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Friday, June 14, 2024

Mattis replacement Shanahan may have conflicts of interest


Trump has decided he had to exact revenge against General Mattis by booting him out the door (by Tweet of course) before he said he would be leaving, much the way he fired FBI deputy director Andrew McCabe a day before his full retirement could take effect.

According to The New York Times “Mattis had wanted to stay through a NATO defense ministers meeting scheduled for February, hoping to enshrine recent moves by the alliance to bulk up its security compact as a bulwark against Russia. But Mr. Mattis’s resignation letter did him no favors on that count: It had become hard to envision how he could continue for two months to represent a president whose own views toward Russia are far more benign.”

Mattis is being temporarily replaced by his deputy Patrick Shanahan. It remains to be seen what point of view he will bring to the NATO defense ministers meeting.

According to his Department of Defence biography Shanahan became the 33rd Deputy Secretary of Defense on July 19, 2017 and:

Before that he served as Boeing senior vice president, Supply Chain & Operations. A Washington state native, Mr. Shanahan joined Boeing in 1986 and spent over three decades with the company. He previously worked as senior vice president of Commercial Airplane Programs, managing profit and loss for the 737, 747, 767, 777 and 787 programs and the operations at Boeing’s principal manufacturing sites; as vice president and general manager of the 787 Dreamliner, leading the program during a critical development period; as vice president and general manager of Boeing Missile Defense Systems, overseeing the Ground-based mid-course Defense system, Airborne Laser and Advanced Tactical Laser; and as vice president and general manager of Boeing Rotorcraft Systems, overseeing the Apache, Chinook and Osprey. He previously held leadership positions on the 757 program, 767 program and in the fabrication division.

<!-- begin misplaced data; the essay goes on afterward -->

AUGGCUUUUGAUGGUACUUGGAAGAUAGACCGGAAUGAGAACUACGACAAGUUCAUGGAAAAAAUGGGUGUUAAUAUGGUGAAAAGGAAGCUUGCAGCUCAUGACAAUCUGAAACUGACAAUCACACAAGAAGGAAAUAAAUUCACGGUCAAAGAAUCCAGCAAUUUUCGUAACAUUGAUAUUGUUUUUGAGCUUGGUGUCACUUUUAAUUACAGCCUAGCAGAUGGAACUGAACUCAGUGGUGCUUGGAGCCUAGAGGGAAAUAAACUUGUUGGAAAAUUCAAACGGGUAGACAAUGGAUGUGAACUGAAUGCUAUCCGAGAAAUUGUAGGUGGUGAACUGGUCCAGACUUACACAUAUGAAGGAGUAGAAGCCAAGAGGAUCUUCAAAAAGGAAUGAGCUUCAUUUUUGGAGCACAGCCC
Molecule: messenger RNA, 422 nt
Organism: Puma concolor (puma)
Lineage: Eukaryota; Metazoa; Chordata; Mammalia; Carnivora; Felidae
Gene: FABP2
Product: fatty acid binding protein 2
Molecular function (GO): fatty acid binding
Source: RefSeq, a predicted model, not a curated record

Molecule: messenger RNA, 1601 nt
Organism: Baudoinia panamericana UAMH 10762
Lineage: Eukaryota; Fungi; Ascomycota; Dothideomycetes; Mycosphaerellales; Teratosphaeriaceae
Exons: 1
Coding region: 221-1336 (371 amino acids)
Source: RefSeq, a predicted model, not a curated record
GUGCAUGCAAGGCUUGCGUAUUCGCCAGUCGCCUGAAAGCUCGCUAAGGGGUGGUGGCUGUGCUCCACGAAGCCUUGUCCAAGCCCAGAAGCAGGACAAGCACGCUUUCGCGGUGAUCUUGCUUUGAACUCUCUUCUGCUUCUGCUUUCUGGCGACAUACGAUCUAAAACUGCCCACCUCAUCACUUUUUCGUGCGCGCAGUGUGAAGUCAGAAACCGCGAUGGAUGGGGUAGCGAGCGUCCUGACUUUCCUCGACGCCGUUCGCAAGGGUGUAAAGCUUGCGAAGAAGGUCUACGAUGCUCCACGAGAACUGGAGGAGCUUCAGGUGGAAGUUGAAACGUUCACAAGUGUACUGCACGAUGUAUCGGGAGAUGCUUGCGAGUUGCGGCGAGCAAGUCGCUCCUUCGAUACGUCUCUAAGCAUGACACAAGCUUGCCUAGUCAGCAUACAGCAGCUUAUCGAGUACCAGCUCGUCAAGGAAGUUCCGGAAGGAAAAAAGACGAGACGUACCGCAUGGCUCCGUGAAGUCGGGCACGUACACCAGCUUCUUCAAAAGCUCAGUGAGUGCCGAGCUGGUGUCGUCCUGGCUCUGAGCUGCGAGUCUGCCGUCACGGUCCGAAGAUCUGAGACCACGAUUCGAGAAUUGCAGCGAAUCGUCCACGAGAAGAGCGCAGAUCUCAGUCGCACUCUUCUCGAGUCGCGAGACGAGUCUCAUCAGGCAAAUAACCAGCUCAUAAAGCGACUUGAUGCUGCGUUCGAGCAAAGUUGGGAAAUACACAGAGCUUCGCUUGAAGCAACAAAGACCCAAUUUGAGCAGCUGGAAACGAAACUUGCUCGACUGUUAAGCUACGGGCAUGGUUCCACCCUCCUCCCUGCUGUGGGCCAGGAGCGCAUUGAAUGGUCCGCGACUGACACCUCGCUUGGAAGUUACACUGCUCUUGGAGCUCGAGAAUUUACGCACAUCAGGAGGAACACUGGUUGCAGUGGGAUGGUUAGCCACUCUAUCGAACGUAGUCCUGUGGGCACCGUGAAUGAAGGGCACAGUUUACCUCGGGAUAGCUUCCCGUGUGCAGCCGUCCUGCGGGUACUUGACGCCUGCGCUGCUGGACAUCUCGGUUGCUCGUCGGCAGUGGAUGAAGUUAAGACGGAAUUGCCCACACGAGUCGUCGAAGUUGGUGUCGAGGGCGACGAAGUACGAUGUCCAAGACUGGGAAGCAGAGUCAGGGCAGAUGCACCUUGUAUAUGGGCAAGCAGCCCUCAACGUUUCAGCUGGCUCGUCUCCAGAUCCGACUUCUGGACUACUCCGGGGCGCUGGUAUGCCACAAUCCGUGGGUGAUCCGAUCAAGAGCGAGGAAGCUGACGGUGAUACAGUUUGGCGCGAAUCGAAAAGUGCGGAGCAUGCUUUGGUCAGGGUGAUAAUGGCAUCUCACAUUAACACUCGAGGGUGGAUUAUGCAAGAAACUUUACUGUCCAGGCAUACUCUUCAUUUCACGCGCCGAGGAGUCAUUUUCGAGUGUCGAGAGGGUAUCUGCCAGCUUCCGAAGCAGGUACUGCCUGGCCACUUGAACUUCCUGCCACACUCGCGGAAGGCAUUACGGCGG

Mr. Shanahan is a Royal Aeronautical Society Fellow, Society of Manufacturing Engineers Fellow and American Institute of Aeronautics and Astronautics Associate Fellow. He served as a regent at the University of Washington for over five years.

Mr. Shanahan holds a Bachelor of Science degree in mechanical engineering from the University of Washington and two advanced degrees from the Massachusetts Institute of Technology: a Master of Science degree in mechanical engineering, and an MBA from MIT’s Sloan School of Management.